On Monday, the Reserve Bank of India (RBI) Board approved a transfer of Rs 1,76,051 crore to the government, including a surplus or dividend of Rs 1,23,414 crore, and a one-time transfer of excess provisions amounting to Rs 52,637 crore. Unlike the banks it regulates, RBI isn’t a company or an organisation that announces a dividend. So how does the transfer of its surplus work out?
How does a central bank like the RBI make profits?
The RBI is a “full service” central bank— not only is it mandated to keep inflation or prices in check, it is also supposed to manage the borrowings of the Government of India and of state governments; supervise or regulate banks and non-banking finance companies; and manage the currency and payment systems.
While carrying out these functions or operations, it makes profits. Typically, the central bank’s income comes from the returns it earns on its foreign currency assets, which could be in the form of bonds and treasury bills of other central banks or top-rated securities, and deposits with other central banks.
It also earns interest on its holdings of local rupee-denominated government bonds or securities, and while lending to banks for very short tenures, such as overnight. It claims a management commission on handling the borrowings of state governments and the central government.
Its expenditure is mainly on the printing of currency notes and on staff, besides the commission it gives to banks for undertaking transactions on behalf of the government across the country, and to primary dealers, including banks, for underwriting some of these borrowings.
What is the nature of the arrangement between the government and RBI on the transfer of surplus or profits?
The RBI isn’t a commercial organisation like the banks or other companies that are owned or controlled by the government – it does not, as such, pay a “dividend” to the owner out of the profits it generates.
Although RBI was promoted as a private shareholders’ bank in 1935 with a paid up capital of Rs 5 crore, the government nationalised it in January 1949, making the sovereign its “owner”.
What the central bank does, therefore, is transfer the “surplus” – that is, the excess of income over expenditure – to the government, in accordance with Section 47 (Allocation of Surplus Profits) of the Reserve Bank of India Act, 1934: “After making provision for bad and doubtful debts, depreciation in assets, contributions to staff and superannuation fund [and for all other matters for which] provision is to be made by or under this Act or which are usually provided for by bankers, the balance, of the profits shall be paid to the Central Government.”
The Central Board of the RBI does this in early August, after the July-June accounting year is over.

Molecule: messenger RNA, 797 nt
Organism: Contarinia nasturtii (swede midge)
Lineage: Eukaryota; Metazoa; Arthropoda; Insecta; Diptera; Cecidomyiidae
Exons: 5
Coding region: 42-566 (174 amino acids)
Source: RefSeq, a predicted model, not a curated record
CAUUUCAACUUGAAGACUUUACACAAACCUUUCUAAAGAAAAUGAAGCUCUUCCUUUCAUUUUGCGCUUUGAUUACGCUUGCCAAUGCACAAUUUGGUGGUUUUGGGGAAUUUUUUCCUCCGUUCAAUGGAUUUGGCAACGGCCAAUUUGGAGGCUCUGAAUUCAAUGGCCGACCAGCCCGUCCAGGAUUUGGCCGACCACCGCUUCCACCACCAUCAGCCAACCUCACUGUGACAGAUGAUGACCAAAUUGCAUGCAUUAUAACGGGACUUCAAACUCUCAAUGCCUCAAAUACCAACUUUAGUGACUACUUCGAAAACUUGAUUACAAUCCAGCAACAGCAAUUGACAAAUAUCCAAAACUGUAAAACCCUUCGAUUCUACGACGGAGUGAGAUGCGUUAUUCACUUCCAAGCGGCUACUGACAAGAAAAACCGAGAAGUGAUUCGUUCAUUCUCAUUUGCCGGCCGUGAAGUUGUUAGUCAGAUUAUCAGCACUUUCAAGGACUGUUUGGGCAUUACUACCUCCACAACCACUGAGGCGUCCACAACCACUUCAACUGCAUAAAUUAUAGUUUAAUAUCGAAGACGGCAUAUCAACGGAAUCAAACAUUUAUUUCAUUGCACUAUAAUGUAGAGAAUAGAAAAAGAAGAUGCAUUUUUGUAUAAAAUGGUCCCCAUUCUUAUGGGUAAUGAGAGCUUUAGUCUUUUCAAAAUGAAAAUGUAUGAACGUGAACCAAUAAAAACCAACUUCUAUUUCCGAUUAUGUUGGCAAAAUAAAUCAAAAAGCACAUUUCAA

Does the RBI pay tax on these earnings or profits?
No. Its statute provides exemption from paying income-tax or any other tax, including wealth tax. Section 48 (Exemption of Bank from income-tax and super-tax) of the RBI Act, 1934, says: “Notwithstanding anything contained in [the Income-Tax Act, 1961], or any other enactment for the time being in force relating to income-tax or super-tax, the Bank shall not be liable to pay income-tax or super-tax on any of its income, profits or gains.”
Is there an explicit policy on the distribution of surplus?
No. But a Technical Committee of the RBI Board headed by Y H Malegam, which reviewed the adequacy of reserves and a surplus distribution policy, recommended, in 2013, a higher transfer to the government.
Earlier, the RBI transferred part of the surplus to the Contingency Fund, to meet unexpected and unforeseen contingencies, and to the Asset Development Fund, to meet internal capital expenditure and investments in its subsidiaries in keeping with the recommendation of a committee to build contingency reserves of 12% of its balance sheet.
But after the Malegam committee made its recommendation, in 2013-14, the RBI’s transfer of surplus to the government as a percentage of gross income (less expenditure) shot up to 99.99% from 53.40% in 2012-13.
Have the RBI and the government differed on this issue?
The government has long held the view that going by global benchmarks, the RBI’s reserves are far in excess of prudential requirements. Former Chief Economic Advisor Arvind Subramanian had suggested that these funds be utilised to provide capital to government-owned banks.
The central bank, on its part, has traditionally preferred to be more cautious and build its reserves – keeping in mind potential threats from financial shocks, and the need to ensure financial stability and provide confidence to the markets.
From the central bank’s perspective, bigger reserves on its balance sheet is crucial to maintaining its autonomy.
The quantum of surplus transfer has, however, not been a major factor in defining the central bank’s relationship with the government — “a settlement is reached with both sides showing some flexibility”, former RBI Governor Duvvuri Subbarao has written.
How do other central banks manage the transfer of surplus?
Like in India, central banks in both the UK and US decide after consultations with the government. But in Japan, it is the government that decides.
By and large, with a few exceptions, the quantum of surplus transfer averages around 0.5% of the GDP.
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